Advanced Encryption Standard (AES)
The more popular and widely adopted symmetric encryption algorithm likely to be encountered nowadays is the Advanced Encryption Standard (AES). It is found at least six times faster than triple DES.
A replacement for DES was needed as its key size was too small. With increasing computing power, it was considered vulnerable to exhaustive key search attack. Triple DES was designed to overcome this drawback but it was found slow.
The features of AES are as follows
- Symmetric key symmetric block cipher o 128-bit data, 128/192/256-bit keys o Stronger and faster than Triple-DES.
- Provide full specification and design details o Software implementable in C and Java.
AES Standard: Advanced Encryption Standard (AES)
- The figure shows the overall structure of the AES encryption process.
- Plain text block size is 128 bits (16 bytes).
- Key size depends on the number of round 128, 192, or 256 bit as shown in a table.
- Based on key size AES is named as AES-128, AES-192, or AES-256.
- The input 128-bit block, this block is arranged in the form of 4 X 4 square matrix of bytes. This block is copied into the state array, which is modified at each stage of encryption or decryption. After the final stage, State is copied to an output matrix.
- There is an initial single transformation (AddRoundKey) before the first round which can be considered Round 0.
- The first N-1 rounds consist of four distinct transformation function: SubBytes, ShiftRows, MixColumns, and AddRoundKey, which are described subsequently.
- The final round contains only first three transformations of above ground.
- Each transformation takes one or more 4 X 4 matrices as input and produces a 4 X 4 matrix as output.
- The key expansion function generates N+1 round key each of which is distinct 4 X 4 matrices. Each round key serves as one of the inputs to the AddRoundKey transformation in each round.
Detail Structure: Advanced Encryption Standard (AES)
The figure shows detail encryption-decryption process of AES.
Let’s discuss Several comments about AES structure:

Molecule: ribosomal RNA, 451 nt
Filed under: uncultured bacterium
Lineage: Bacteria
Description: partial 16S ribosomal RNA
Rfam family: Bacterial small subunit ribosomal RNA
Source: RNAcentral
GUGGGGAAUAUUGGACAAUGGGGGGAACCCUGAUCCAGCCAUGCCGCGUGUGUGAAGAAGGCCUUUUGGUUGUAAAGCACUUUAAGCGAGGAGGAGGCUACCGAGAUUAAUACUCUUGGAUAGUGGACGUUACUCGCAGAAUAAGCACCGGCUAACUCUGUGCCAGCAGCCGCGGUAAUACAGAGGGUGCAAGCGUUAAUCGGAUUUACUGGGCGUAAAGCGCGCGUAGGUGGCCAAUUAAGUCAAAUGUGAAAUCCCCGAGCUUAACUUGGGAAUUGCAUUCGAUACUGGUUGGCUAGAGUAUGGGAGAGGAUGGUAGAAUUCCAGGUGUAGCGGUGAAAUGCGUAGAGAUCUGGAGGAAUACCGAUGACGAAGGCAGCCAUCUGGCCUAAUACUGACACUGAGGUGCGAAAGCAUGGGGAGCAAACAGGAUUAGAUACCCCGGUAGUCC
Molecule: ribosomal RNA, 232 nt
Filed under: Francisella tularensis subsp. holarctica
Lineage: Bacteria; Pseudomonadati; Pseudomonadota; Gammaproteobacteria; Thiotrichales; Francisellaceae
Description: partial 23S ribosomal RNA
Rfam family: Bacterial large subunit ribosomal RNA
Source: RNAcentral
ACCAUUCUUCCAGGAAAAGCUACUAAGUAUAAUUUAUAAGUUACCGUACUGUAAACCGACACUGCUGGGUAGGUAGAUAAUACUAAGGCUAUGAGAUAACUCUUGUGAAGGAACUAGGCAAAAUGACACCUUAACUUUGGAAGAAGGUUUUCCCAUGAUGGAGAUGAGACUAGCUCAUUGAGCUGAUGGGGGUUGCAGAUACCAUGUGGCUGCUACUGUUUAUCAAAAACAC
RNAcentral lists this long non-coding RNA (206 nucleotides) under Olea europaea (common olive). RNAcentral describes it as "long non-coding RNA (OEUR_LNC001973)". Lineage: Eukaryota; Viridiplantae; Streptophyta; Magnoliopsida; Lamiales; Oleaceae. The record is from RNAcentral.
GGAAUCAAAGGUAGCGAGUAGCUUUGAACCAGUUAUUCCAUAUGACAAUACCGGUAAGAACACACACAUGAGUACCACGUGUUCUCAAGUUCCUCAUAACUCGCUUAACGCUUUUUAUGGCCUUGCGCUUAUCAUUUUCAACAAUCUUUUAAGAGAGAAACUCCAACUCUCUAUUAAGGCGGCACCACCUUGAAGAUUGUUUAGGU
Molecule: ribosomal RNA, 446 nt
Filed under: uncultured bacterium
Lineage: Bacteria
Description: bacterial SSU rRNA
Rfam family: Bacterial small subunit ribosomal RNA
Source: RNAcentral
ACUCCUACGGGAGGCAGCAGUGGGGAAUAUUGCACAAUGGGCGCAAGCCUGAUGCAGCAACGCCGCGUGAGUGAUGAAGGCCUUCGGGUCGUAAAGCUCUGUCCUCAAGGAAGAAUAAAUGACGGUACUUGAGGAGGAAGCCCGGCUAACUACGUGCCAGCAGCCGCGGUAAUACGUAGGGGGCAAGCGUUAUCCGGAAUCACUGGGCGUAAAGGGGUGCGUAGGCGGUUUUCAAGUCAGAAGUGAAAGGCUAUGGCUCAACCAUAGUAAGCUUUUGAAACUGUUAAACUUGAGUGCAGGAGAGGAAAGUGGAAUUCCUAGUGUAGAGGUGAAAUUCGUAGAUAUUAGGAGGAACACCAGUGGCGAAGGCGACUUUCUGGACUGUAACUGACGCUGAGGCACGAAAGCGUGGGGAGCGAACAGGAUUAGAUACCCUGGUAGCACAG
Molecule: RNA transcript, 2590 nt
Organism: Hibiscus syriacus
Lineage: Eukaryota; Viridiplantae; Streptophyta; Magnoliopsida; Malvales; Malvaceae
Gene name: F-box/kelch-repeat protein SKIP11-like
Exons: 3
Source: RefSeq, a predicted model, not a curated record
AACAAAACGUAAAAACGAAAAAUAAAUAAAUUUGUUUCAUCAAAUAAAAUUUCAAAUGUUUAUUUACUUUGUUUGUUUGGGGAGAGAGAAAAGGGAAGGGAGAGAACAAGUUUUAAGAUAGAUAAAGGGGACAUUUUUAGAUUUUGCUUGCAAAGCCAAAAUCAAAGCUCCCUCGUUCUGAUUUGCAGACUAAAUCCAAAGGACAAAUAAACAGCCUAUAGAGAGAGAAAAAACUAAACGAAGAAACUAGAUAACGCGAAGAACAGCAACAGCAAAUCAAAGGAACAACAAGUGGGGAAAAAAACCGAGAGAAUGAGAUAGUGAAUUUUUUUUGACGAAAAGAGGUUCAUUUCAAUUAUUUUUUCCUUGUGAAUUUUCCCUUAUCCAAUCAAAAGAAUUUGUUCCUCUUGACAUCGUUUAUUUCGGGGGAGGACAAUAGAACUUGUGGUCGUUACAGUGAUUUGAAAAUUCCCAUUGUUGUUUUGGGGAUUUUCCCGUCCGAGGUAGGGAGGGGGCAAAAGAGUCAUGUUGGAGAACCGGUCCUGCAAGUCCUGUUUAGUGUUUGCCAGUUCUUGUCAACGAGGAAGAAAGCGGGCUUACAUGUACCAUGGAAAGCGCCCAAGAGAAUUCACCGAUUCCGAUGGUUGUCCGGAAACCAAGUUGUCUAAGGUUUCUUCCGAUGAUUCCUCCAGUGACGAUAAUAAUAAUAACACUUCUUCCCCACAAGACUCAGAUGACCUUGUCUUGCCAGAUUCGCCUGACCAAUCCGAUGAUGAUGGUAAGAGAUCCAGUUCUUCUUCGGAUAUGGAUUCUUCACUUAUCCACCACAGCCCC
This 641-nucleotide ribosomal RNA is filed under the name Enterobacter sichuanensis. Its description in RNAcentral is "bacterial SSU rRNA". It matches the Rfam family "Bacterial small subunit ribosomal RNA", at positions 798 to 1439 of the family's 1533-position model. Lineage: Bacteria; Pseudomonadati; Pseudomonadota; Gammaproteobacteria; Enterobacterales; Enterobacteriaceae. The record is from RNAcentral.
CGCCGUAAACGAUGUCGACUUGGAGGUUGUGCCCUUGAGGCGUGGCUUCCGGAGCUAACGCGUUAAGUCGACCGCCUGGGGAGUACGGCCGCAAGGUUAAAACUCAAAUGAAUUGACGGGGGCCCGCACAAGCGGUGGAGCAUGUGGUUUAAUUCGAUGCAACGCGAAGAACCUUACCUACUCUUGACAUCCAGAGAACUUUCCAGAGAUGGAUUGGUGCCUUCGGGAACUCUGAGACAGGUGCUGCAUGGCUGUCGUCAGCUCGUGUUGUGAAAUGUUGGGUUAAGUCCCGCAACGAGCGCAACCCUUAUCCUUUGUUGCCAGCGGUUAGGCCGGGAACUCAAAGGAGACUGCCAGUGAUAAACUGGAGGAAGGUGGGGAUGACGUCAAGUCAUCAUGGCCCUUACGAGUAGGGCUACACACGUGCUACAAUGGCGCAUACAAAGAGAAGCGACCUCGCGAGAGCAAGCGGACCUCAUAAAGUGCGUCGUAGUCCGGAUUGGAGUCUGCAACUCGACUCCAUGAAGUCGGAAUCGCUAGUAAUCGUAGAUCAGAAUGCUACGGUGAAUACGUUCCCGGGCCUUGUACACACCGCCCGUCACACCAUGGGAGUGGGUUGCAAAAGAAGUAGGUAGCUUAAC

- It is not a Feistel structure. As we know in Feistel structure half of the data block is used to modify the other half of the data block and then the halves are swapped. While in AES we use full data block as a single matrix during each round.
- The key is expanded into an array of forty-four 32-bit words. And such four word (128-bit) serves as round key for each round.
- Four different stages are used one of permutation and three of substitution:
- SubBytes: Uses an S-box to perform a byte-by-byte substitution of the block.
- ShiftRows: A simple permutation.
- MixColumns: A substitution that makes use of arithmetic over bytes.
- AddRoundKey: A simple bitwise XOR of the current block with a portion of the expanded key.
- The structure is quite simple for both encryption and decryption it begins with AddRoundKey, followed by nine rounds of all four stages, followed by a tenth round of three stages.
- Only AddRoundKey stage use key, for this reason, the cipher begins and ends with an AddRoundKey stage. Any other stage, applied at the beginning or end, is reversible without knowledge of the key and so would add no security.
- The AddRoundKey stage is in effect, a form of Vernam cipher and by itself would not be formidable. The other three stages together provide confusion, diffusion, and nonlinearity, but by themselves would provide no security because they do not use the key.
- Each stage is easily reversible.
- In AES decryption algorithm is not identical to the encryption algorithm.
- Once it is established that all four stages are reversible, it is easy to verify that decryption does recover the plain text.
- For making AES reversible the final round of both encryption and decryption are consists of only three stages.